YA books, like everything else for teens, are subject to the whims of trends and fashion. Remember when they were all about vampires? Or all about magical boarding schools? Or magical boarding schools with vampires? Or hyper-violent anti-authoritarian post-apocalypses? Those trends are all in the past โ€” and they've been replaced by some sexy amphibian angst.

The latest young adult craze? Mermaids.

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One of the great things about publishing, compared to say film, is that there are enough books out every year that no matter what obscure sub-genre you love โ€” whether it's cats who bake, or dressmakers who solve crimes โ€” there's probably at least one book published in that genre a year. There were plenty of vampire books out there, before Twilight made the subgenre popular. Vampire Diaries, occasionally derided as a Twilight clone, was actually published long before Twilight, and repackaged when publishers saw they could capitalize on the newest trend.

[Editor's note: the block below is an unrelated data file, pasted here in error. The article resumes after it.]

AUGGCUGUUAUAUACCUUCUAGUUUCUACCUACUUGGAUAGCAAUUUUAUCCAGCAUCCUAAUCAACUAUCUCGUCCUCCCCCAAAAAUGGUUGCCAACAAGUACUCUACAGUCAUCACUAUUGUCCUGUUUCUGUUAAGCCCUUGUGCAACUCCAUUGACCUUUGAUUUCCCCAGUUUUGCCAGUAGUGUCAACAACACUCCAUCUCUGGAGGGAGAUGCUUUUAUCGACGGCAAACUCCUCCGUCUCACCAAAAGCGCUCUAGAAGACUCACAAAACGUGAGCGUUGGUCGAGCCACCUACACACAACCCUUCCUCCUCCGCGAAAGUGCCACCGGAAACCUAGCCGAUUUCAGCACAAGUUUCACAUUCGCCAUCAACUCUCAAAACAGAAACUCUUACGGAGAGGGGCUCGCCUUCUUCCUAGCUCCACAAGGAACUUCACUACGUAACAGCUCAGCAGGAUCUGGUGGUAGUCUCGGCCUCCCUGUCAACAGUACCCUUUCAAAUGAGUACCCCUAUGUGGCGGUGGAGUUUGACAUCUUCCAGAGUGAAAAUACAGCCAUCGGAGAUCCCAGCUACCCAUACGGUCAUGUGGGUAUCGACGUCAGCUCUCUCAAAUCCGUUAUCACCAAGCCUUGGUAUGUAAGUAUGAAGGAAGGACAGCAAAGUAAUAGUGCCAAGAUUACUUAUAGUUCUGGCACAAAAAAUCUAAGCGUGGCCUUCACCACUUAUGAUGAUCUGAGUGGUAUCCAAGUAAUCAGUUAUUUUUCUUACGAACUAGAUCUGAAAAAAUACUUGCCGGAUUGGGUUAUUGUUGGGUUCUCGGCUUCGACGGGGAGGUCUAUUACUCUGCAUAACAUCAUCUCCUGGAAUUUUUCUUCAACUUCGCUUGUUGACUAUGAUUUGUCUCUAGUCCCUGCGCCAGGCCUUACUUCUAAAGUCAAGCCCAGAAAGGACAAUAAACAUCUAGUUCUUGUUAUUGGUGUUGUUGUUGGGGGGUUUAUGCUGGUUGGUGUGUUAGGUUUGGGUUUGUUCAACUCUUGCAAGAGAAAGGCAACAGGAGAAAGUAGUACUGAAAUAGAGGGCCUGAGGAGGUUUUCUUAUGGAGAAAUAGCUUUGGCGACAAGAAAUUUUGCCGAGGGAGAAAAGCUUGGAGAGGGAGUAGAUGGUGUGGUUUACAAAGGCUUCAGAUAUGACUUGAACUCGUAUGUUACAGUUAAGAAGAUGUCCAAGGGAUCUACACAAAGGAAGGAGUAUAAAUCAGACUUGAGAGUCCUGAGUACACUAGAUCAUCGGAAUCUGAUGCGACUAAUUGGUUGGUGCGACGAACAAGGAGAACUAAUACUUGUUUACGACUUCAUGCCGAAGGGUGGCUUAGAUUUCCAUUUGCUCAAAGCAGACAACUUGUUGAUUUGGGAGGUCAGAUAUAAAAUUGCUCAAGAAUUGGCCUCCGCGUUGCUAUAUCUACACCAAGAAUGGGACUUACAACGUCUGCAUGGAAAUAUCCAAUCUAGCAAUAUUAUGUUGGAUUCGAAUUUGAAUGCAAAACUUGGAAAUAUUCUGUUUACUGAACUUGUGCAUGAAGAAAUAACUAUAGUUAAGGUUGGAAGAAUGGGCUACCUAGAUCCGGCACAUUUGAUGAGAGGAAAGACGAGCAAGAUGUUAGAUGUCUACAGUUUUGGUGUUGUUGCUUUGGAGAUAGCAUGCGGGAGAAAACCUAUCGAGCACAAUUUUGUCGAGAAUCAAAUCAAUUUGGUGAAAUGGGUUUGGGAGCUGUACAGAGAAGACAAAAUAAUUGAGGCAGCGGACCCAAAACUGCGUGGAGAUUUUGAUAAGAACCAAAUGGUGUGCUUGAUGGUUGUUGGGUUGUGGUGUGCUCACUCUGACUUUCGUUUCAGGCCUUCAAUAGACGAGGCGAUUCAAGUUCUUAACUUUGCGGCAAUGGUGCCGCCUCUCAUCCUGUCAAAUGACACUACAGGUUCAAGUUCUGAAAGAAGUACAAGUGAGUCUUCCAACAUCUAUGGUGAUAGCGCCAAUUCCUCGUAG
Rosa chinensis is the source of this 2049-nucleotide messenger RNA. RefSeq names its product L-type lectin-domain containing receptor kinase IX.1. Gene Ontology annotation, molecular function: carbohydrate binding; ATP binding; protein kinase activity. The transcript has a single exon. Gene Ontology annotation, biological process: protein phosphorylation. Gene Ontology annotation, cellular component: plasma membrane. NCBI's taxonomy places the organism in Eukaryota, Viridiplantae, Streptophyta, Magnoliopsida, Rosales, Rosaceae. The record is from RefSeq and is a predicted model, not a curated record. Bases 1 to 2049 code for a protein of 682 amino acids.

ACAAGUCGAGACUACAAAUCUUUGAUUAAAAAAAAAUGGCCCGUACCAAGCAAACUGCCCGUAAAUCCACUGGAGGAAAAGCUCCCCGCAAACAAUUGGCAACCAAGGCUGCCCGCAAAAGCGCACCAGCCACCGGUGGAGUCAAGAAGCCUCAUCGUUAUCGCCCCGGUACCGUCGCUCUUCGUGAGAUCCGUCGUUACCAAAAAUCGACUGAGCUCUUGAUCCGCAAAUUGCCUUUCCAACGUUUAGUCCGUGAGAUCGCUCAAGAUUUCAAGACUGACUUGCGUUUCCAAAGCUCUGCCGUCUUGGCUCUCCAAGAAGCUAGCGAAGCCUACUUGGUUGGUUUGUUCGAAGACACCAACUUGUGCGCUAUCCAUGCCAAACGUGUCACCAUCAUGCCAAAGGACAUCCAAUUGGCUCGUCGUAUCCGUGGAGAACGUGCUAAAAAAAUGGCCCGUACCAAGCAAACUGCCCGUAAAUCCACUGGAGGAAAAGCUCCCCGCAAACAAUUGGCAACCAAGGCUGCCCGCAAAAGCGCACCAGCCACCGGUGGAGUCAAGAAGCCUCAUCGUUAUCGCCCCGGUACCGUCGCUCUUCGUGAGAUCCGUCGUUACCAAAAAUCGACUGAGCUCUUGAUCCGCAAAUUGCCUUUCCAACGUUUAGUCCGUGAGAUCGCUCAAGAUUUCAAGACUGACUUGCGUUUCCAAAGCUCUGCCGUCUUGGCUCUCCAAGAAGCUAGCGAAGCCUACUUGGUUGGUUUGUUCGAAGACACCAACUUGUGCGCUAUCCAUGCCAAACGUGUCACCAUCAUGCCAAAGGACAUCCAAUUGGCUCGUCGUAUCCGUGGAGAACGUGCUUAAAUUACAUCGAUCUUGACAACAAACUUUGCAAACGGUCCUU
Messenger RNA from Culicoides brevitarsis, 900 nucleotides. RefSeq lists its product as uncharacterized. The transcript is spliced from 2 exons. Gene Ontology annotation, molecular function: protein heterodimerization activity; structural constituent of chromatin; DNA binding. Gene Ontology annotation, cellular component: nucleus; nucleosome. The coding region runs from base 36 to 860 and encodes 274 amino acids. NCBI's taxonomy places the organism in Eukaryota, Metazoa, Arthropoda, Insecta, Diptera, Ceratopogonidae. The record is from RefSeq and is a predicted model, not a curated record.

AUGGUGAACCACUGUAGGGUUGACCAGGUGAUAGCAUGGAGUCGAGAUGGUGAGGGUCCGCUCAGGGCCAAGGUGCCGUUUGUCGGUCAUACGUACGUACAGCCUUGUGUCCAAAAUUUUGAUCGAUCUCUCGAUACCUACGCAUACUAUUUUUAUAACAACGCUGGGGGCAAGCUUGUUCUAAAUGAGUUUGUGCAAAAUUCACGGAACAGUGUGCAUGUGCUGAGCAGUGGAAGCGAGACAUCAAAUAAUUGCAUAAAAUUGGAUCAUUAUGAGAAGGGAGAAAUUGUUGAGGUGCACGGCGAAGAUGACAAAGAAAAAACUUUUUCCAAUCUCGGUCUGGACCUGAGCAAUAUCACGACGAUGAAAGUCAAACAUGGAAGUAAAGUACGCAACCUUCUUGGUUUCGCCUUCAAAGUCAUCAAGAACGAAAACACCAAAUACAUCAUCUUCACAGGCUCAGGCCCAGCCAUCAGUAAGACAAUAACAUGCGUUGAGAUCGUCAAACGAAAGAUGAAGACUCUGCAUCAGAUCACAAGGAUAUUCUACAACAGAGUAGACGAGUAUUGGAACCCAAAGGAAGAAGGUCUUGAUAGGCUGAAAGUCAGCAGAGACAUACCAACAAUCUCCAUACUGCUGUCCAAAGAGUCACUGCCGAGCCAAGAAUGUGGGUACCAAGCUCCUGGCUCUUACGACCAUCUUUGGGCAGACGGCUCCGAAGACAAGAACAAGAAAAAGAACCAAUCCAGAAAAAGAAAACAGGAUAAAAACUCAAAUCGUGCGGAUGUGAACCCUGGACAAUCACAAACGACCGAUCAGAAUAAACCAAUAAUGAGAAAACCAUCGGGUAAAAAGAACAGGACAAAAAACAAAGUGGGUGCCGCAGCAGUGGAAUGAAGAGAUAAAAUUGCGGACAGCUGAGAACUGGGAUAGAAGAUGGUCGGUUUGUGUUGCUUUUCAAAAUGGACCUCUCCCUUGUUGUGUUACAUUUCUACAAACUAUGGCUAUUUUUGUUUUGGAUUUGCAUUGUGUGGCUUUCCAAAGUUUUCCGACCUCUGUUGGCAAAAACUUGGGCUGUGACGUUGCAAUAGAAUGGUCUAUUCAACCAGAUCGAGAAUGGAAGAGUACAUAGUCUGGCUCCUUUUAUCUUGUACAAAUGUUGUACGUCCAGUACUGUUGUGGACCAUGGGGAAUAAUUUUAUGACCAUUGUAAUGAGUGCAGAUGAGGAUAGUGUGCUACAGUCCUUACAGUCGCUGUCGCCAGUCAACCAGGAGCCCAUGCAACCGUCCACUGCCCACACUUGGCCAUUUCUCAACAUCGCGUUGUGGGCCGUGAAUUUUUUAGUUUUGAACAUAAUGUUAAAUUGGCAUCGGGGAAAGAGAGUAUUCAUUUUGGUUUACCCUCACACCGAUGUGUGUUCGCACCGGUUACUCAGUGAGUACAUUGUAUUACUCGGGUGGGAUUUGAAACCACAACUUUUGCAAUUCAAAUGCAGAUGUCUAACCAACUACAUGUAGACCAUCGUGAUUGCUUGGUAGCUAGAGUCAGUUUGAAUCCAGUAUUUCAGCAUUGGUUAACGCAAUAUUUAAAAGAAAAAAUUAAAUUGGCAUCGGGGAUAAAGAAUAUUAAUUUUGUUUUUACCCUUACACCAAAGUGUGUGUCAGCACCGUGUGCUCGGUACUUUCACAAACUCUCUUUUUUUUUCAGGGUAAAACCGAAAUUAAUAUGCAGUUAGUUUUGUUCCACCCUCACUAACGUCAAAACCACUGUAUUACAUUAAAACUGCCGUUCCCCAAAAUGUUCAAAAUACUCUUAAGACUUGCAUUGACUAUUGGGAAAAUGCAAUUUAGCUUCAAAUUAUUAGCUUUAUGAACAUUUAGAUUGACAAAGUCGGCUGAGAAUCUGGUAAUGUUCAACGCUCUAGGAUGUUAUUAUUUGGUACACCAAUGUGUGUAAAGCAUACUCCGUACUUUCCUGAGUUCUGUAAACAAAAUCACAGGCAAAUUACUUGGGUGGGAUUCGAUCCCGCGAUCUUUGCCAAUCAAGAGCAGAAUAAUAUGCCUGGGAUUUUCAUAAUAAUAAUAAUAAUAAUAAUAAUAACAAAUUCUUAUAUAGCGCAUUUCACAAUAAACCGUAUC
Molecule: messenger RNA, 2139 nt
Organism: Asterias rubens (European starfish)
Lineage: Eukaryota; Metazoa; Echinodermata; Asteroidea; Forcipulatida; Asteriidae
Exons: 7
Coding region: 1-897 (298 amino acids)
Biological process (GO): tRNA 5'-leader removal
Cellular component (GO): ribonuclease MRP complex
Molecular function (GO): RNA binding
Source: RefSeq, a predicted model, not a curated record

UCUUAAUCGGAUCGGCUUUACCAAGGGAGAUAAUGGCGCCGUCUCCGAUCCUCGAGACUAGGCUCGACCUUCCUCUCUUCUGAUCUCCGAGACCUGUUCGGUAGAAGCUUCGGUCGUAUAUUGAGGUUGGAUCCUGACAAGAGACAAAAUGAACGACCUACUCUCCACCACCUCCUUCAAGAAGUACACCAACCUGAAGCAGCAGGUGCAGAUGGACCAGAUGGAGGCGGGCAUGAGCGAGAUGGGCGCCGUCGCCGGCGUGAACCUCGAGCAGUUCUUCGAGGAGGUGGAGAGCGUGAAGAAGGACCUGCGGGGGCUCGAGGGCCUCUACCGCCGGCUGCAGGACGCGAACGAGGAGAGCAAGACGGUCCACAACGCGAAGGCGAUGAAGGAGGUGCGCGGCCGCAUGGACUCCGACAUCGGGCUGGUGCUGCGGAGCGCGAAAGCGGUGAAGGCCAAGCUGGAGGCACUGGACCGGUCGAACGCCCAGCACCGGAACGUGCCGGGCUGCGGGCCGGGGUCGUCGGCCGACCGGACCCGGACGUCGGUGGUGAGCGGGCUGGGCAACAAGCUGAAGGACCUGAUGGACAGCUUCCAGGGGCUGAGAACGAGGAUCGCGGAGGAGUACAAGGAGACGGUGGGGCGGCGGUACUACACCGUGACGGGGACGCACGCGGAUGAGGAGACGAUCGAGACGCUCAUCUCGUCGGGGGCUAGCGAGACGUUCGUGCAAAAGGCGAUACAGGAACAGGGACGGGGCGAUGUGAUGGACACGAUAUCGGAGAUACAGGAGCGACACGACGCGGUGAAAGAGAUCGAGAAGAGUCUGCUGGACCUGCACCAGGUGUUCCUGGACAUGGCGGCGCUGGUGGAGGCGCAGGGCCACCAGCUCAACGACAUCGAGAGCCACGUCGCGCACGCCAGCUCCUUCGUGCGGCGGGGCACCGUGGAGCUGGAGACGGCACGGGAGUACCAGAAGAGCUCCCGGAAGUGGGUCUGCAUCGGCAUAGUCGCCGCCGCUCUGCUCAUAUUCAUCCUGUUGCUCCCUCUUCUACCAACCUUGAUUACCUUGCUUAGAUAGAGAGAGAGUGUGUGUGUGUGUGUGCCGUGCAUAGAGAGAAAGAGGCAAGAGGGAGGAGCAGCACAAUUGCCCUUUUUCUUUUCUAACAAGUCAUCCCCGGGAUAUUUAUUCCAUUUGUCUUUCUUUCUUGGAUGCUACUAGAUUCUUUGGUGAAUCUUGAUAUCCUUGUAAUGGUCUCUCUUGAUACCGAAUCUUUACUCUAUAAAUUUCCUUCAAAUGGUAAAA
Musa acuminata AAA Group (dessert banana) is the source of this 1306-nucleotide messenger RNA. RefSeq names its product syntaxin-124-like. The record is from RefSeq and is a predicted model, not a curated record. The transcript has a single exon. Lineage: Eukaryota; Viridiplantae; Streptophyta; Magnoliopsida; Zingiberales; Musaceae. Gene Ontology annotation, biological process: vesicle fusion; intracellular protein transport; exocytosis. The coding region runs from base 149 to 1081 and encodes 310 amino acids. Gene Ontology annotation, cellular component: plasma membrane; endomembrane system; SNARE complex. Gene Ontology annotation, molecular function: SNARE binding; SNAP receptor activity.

There have been plenty of mermaid books over the years, too. Partly this is because, unlike the rule-bound vampire tradition spawned by Dracula's, the mermaid genre is pretty flexible. It easily encompasses stories of sirens, sea nymphs and selkies. And any body of water will do. Mermaids can be murderous monsters, or really cool chicks who like dolphins and want to save the ocean.

But the mermaid genre may have reached a critical mass this past summer. There have been seventeen mermaid books so far in 2012. So what do the books in this year's mermaid boom have in common?